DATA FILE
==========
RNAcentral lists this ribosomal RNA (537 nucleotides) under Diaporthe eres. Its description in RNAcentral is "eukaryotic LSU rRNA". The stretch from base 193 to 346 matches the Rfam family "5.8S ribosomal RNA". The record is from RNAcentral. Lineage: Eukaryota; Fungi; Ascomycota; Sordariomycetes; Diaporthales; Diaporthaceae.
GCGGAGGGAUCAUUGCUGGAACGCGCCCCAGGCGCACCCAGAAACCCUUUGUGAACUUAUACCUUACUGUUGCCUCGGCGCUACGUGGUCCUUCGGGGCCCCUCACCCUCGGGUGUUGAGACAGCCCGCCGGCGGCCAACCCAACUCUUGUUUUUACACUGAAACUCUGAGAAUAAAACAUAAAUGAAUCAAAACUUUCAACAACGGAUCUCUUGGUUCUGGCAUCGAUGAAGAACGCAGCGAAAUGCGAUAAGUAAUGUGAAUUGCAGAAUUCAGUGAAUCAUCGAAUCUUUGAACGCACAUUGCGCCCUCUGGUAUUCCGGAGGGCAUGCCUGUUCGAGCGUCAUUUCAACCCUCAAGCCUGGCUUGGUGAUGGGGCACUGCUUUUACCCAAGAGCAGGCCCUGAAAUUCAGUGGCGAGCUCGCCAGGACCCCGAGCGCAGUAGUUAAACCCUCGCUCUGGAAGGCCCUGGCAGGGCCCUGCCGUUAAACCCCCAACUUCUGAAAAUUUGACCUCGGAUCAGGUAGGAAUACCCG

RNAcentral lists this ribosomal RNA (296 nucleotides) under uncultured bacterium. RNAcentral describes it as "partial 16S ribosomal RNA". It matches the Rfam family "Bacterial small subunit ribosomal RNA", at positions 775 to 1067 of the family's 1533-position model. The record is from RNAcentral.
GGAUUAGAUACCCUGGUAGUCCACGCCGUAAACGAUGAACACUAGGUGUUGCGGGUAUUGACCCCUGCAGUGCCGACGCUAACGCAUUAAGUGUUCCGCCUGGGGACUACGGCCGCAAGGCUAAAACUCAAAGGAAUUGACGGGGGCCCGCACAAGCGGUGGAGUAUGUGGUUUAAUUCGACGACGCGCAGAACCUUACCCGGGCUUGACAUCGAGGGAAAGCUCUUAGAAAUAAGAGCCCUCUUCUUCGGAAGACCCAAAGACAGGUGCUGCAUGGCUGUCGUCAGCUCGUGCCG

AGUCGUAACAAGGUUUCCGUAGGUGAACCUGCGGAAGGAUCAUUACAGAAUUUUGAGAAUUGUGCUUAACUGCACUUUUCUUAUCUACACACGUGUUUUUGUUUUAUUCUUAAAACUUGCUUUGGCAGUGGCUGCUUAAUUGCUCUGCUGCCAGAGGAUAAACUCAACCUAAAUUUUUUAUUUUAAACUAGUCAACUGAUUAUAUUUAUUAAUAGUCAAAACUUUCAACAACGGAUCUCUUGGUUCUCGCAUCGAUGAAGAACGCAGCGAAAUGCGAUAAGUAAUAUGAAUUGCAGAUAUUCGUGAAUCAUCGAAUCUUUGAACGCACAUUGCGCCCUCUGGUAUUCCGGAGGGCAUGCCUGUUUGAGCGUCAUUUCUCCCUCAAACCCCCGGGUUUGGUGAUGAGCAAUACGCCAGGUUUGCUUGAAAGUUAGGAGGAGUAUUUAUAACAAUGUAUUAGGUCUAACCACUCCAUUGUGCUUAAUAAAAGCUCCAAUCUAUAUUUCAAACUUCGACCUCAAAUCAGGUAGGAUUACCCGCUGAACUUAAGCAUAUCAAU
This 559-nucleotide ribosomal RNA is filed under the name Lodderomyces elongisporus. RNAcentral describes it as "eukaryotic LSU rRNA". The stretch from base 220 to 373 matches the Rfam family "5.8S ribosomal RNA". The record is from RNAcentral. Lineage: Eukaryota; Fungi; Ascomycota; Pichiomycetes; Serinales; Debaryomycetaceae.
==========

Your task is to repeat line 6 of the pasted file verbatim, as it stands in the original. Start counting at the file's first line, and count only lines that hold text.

This 559-nucleotide ribosomal RNA is filed under the name Lodderomyces elongisporus. RNAcentral describes it as "eukaryotic LSU rRNA". The stretch from base 220 to 373 matches the Rfam family "5.8S ribosomal RNA". The record is from RNAcentral. Lineage: Eukaryota; Fungi; Ascomycota; Pichiomycetes; Serinales; Debaryomycetaceae.